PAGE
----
Tag Archive: garden design


A bit of cheating again! My seventh object in this series about the essence of gardening is really at least two objects with a common name- compass or compasses. For me these two objects symbolise the importance of design in gardening- the conscious act of choosing and positioning what plants and other garden elements are used and where.

This can be as simple as thinking about where to place different plants or elements in the garden; by knowing where the prevailing weather patterns are coming from (wind and rain), as well as the direction and strength of light and heat from the sun. For this a magnetic compass is a very useful to back up to observation and wider knowledge.

Picture by Bios-commonswiki

Picture by Bios-commonswiki

And nature has it’s own ‘compasses’, too. The plant  Silphium laciniatum, has a common name of ‘Compass plant’  inspired by the “compass orientation” of its leaves. The large leaves are held vertically with the tips pointing north or south and the upper and lower surfaces of the blades facing east or west. A newly emerging leaf grows in a random direction, but within two or three weeks it twists on its petiole clockwise or counterclockwise into a vertical position. Studies indicate that the sun’s position in the early morning hours influences the twisting orientation. This orientation reduces the amount of solar radiation hitting the leaf surface. Vertical leaves facing east-west have higher water use efficiency than horizontal or north-south-facing blades. Early settlers on the Great Plains of the North America could make their way in the dark by feeling of the leaves.

Silphium laciniatum- 'Compass plant'

Silphium laciniatum- ‘Compass plant’

Equally, garden design can involve recording your current plot and devising new elements and patterns for your garden (borders, paths, specimen plants, hard landscaping features). For this, a pair of compasses is a vital tool in plotting key elements in your existing garden (through the technique of triangulation) and also in drawing circles or arcs in a new design (and then setting these out on the ground).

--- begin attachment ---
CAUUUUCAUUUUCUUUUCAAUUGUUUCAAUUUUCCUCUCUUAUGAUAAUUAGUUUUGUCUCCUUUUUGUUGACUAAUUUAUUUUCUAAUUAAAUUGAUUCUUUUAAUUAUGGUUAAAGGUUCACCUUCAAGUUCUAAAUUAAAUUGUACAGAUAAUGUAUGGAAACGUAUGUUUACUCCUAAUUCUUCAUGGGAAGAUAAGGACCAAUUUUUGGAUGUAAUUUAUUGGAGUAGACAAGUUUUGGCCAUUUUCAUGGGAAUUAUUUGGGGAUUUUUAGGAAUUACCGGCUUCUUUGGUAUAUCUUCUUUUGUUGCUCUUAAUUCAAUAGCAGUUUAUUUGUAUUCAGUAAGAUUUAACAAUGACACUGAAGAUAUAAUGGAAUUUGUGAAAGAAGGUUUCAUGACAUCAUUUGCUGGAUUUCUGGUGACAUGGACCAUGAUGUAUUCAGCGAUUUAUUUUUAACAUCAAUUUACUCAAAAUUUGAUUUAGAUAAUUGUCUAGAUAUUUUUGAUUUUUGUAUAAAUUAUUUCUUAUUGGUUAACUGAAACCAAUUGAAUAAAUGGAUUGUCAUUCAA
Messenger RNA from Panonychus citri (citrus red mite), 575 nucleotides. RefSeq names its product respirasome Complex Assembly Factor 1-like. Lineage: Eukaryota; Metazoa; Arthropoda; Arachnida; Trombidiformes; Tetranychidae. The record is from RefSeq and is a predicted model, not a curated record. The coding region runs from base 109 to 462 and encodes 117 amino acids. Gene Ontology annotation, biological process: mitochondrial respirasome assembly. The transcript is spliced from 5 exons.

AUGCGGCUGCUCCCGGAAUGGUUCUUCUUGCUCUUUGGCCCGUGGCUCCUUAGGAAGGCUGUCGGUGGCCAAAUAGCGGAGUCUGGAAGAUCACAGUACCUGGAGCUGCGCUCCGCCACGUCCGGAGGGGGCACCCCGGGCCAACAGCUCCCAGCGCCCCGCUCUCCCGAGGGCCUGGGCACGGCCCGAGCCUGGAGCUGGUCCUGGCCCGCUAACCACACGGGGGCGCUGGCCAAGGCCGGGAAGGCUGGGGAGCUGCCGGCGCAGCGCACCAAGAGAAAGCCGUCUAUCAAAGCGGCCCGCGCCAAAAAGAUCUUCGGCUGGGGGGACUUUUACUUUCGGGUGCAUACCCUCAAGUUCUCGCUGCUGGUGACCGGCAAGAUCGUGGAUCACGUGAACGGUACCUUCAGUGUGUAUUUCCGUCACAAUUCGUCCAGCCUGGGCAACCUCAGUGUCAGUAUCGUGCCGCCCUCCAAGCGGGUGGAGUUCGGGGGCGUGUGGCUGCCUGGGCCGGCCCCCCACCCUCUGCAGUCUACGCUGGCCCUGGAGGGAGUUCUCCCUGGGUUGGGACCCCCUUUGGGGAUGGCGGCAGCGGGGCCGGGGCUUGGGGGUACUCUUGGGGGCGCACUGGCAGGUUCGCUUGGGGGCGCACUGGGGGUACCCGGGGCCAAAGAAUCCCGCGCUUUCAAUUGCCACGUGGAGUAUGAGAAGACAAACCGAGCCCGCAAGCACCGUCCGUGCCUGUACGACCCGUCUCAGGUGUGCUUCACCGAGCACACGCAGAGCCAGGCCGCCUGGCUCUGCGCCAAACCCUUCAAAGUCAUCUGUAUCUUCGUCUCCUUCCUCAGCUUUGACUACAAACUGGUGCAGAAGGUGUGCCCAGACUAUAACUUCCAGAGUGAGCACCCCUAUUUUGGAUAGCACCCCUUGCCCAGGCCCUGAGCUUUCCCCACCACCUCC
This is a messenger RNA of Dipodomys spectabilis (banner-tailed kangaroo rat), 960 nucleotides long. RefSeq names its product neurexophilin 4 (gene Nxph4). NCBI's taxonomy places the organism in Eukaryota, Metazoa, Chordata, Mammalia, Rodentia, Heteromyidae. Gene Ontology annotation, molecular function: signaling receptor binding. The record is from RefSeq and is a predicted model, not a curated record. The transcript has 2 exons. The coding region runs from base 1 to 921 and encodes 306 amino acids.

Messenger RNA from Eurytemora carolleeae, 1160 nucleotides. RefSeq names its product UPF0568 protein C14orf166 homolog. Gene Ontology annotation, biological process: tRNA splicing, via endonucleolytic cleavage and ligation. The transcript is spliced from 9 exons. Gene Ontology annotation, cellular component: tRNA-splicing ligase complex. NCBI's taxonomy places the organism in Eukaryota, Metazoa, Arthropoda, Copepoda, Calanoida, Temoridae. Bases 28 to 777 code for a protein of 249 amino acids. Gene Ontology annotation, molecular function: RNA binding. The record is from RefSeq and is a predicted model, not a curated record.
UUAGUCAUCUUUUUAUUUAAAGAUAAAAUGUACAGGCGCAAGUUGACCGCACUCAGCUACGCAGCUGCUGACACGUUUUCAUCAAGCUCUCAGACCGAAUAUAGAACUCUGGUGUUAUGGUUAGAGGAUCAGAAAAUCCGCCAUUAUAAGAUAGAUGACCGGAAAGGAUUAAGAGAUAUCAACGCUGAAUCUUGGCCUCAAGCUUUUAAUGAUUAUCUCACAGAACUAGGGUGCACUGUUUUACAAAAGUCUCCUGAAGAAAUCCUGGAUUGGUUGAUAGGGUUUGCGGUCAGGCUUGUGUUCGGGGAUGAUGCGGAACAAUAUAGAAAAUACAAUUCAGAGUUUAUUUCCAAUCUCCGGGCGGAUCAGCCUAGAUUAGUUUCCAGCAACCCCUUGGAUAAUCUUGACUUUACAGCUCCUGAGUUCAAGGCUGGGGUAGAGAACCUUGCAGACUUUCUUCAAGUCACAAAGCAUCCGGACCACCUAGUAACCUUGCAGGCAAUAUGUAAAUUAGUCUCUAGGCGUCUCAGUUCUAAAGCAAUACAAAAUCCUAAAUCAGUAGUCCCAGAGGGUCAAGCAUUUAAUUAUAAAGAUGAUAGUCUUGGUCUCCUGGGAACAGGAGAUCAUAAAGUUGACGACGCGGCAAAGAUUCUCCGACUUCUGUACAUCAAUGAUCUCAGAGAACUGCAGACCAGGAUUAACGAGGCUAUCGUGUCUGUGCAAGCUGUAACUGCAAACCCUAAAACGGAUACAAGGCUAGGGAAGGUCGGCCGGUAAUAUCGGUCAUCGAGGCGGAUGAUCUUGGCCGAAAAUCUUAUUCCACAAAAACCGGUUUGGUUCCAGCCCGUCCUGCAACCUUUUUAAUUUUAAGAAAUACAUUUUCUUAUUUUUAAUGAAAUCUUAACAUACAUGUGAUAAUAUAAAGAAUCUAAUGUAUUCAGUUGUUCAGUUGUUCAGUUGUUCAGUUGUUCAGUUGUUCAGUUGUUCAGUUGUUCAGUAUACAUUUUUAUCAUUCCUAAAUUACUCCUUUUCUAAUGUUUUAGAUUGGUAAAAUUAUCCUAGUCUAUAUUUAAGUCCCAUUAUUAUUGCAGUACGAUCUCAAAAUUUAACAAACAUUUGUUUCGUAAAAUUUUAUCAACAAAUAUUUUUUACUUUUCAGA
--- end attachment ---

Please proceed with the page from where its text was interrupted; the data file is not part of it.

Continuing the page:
Dividers and compasses are drawing instruments that have been used since antiquity to measure distances, transfer lengths from one drawing to another, and draw circles. The Greek mathematician, Euclid, limited the constructions in his Elements of Geometry to those that could be done with an unmarked straight edge and rudimentary compass. Ancient Roman dividers survive in the collections of the British Museum. Before the 18th century, when one leg was modified to take a pen or pencil point, compasses had two sharp points, like dividers. The user scratched the writing surface in the shape of a circle and then inked the scratches.

compasses

 Old School Gardener

Sissinghurst - the Moat Walk

Sissinghurst – the Moat Walk

‘In the afternoon I moon about with Vita (Sackville-West) trying to convince her that planning is an element in gardening. I want to show her that the top of the moat-walk bank must be planted with forethought and design. She wishes just to jab in the things which has left over. The tragedy of the romantic temperament is that it dislikes form so much that it ignores the effect of masses. She wants to put in stuff which ‘will give alovely red colour in the autumn’. I wish to put in stuff which will furnish shape to the perspective. In the end we part, not as friends.’

Harold Nicolson, 1946 (published 1966)

So, where do you stand? Can a focus on planning and form combine happily with a looser, romantic approach to gardening and garden design?

Old School Gardener

Gardening-Boots2Two new rounds of my courses on Garden Design and Grow Your Own Food for Beginners start soon, and I’m also offering a new, one day course on Wildlife Gardening. I ran the last Garden Design course earlier this year and had great feedback on it (I even had a thank you present from the students!). All the courses feature a lot of group discussion and some practical tasks as well as useful tips and tricks to help particpants apply what they learn to their own plots.